W. H. Auden's poem "The Shield of Achilles," first published in 1952, details a description of Achilles's shield, which he used during the Trojan War as shown in Homer's epic poem the Iliad. The poem itself concerns Thetis (Achilles's mother) looking over the shield that the shield-maker Hephaestus is creating. Thetis expects to see images of peace on the shield, but Hephaestus instead crafts images of warfare and destruction, causing much distress to Thetis.
The shield, in Auden's poem, represents the inevitable despair that warfare brings. It depicts scenes of barren wastelands, barbed wire encampments (perhaps a parallel to World War II, which had ended a couple of years prior to the poem's publishing), and soldiers marching to battle. We see in Auden's descriptions of these scenes the devastation that war has brought to the world, and the indifferent public who doesn't speak up about the violence and destruction being committed. Thetis laments these visions, but Hephaestus seemingly has no problem with them; this shows the dichotomy between love and war that the poem discusses throughout.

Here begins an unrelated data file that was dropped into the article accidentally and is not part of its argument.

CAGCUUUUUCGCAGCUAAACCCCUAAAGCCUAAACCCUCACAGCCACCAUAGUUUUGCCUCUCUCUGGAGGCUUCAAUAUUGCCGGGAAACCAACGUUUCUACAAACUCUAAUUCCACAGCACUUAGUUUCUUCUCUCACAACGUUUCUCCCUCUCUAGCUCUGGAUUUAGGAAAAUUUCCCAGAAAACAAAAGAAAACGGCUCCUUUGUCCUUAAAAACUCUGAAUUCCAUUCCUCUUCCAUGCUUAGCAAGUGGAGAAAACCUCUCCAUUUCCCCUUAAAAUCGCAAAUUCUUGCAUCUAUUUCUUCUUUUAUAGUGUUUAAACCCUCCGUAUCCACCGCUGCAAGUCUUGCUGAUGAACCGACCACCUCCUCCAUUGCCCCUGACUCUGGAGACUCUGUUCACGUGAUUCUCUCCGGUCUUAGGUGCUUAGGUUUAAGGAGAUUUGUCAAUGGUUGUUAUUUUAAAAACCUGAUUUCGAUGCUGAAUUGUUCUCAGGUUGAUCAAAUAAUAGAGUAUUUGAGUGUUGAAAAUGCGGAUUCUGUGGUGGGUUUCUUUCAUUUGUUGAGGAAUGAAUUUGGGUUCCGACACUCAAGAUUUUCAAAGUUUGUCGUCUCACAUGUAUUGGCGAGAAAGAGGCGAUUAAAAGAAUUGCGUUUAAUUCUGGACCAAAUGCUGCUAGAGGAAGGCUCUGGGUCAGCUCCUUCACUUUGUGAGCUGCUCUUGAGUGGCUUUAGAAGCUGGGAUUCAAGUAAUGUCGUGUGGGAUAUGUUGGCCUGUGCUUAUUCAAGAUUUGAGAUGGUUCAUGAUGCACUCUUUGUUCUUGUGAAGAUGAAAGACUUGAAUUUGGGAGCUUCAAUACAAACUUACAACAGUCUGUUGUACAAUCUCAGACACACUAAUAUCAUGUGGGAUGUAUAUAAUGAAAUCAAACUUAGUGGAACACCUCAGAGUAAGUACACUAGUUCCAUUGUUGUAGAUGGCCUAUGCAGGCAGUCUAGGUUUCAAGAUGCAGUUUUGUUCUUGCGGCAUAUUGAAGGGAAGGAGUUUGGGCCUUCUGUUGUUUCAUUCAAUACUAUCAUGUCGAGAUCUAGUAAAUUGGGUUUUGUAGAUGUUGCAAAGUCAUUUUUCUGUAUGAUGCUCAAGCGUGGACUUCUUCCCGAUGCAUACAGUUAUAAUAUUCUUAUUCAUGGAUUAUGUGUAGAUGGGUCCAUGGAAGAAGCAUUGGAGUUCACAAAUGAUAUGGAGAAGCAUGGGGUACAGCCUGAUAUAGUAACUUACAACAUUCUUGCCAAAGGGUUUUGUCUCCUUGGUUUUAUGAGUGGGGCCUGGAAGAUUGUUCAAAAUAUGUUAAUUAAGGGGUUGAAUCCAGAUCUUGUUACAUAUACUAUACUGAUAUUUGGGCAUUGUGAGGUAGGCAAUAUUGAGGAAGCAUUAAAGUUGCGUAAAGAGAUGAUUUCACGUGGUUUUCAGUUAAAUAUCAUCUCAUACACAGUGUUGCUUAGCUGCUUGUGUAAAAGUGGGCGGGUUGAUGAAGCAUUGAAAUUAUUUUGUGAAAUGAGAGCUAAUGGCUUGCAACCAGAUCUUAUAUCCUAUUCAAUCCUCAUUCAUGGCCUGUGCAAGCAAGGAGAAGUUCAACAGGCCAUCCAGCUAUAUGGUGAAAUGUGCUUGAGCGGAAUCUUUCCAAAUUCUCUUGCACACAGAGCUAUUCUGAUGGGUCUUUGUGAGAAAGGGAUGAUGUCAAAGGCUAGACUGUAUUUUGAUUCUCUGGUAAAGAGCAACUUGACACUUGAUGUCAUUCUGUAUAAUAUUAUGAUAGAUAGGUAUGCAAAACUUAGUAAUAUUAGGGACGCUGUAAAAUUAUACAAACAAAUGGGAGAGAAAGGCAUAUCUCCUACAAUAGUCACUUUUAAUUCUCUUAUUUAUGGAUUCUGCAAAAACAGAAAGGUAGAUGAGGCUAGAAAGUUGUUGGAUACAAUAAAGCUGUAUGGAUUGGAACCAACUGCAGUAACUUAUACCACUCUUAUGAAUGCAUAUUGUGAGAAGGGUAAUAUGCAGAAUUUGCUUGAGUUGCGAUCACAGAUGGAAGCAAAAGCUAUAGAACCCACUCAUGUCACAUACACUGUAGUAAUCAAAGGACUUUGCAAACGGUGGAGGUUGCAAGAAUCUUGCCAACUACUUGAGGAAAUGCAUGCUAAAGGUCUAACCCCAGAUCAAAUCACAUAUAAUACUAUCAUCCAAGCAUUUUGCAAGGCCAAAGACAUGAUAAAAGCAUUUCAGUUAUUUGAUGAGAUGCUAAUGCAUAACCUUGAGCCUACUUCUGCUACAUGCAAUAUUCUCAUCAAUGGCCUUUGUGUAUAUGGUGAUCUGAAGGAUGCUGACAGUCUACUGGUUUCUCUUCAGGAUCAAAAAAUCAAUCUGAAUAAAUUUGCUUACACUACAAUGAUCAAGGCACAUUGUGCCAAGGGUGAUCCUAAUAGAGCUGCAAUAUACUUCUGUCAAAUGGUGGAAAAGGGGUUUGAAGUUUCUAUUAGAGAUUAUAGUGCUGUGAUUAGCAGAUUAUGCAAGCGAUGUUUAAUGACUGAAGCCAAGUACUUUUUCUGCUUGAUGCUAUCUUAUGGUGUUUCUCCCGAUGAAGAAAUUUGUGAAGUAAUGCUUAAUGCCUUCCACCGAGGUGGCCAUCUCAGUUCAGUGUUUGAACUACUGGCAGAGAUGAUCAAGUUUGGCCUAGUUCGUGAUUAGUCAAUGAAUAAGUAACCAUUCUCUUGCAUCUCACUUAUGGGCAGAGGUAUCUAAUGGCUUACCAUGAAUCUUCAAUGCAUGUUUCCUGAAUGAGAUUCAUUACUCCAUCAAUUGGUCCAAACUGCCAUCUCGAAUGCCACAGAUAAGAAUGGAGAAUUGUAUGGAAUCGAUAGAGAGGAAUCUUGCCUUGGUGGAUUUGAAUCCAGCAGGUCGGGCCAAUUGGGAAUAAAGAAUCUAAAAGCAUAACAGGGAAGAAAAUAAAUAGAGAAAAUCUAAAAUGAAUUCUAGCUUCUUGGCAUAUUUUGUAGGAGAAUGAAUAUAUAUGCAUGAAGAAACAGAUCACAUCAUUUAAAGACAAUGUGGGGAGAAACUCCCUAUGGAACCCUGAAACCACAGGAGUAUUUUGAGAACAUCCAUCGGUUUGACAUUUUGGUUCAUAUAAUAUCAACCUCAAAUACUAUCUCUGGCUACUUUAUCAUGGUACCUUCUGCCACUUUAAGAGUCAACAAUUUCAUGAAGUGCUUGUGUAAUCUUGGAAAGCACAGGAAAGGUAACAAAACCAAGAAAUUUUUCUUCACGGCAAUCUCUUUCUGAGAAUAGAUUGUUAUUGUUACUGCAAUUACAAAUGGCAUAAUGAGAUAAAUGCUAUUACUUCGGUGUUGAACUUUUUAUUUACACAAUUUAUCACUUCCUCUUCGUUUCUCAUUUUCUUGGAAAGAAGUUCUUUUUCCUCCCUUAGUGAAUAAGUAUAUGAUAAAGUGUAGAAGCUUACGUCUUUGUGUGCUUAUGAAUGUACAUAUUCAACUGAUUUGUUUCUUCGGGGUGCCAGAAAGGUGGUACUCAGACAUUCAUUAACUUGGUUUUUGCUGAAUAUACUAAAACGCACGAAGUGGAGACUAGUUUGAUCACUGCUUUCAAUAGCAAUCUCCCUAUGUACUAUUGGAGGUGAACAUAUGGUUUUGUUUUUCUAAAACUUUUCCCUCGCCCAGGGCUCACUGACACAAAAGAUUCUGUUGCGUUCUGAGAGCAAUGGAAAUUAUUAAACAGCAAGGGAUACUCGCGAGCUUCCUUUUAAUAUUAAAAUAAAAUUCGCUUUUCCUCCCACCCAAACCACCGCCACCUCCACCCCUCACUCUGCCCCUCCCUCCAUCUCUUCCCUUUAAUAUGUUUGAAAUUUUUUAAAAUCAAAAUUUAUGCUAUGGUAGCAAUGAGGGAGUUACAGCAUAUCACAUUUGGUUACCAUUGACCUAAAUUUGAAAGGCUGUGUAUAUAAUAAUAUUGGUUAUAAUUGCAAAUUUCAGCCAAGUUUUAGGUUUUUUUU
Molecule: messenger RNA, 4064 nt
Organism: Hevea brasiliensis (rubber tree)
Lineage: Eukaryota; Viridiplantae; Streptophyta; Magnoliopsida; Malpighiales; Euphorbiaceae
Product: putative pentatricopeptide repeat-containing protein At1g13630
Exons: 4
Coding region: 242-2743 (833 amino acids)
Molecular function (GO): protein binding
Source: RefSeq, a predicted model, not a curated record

You could argue that the poem is a commentary on how human nature allows for the repetition of war and violence, even when such actions damage or destroy the world. Hephaestus is not committing the acts he depicts on the shield—but he doesn't protest them either, allowing them to continue both on Achilles's shield and in the world around him. Thetis sees the actions on the shield and is tormented by them, protesting in her cries that her son will receive this representation of violence. The final line of the poem, in which the narrator reminds us that Achilles is destined to die at Troy, cements the theme of the destruction of war and how nobody can stop it once it begins.
This doesn't necessarily apply to any specific timeframe—it could easily describe Auden's reaction to both Achilles's world and his own. The poem was published in 1952, a few years into the Cold War, and the poem may be a response to the rise of totalitarian governments in many parts of the world (most notably, Stalinism). Auden sees the same violence and devastation in his world that he saw in Achilles's and laments that history seems to repeat itself. Auden is the one who describes the deeper meaning in the symbols on the shield, so perhaps it is him—not Thetis—who laments the depiction of war rather than peace.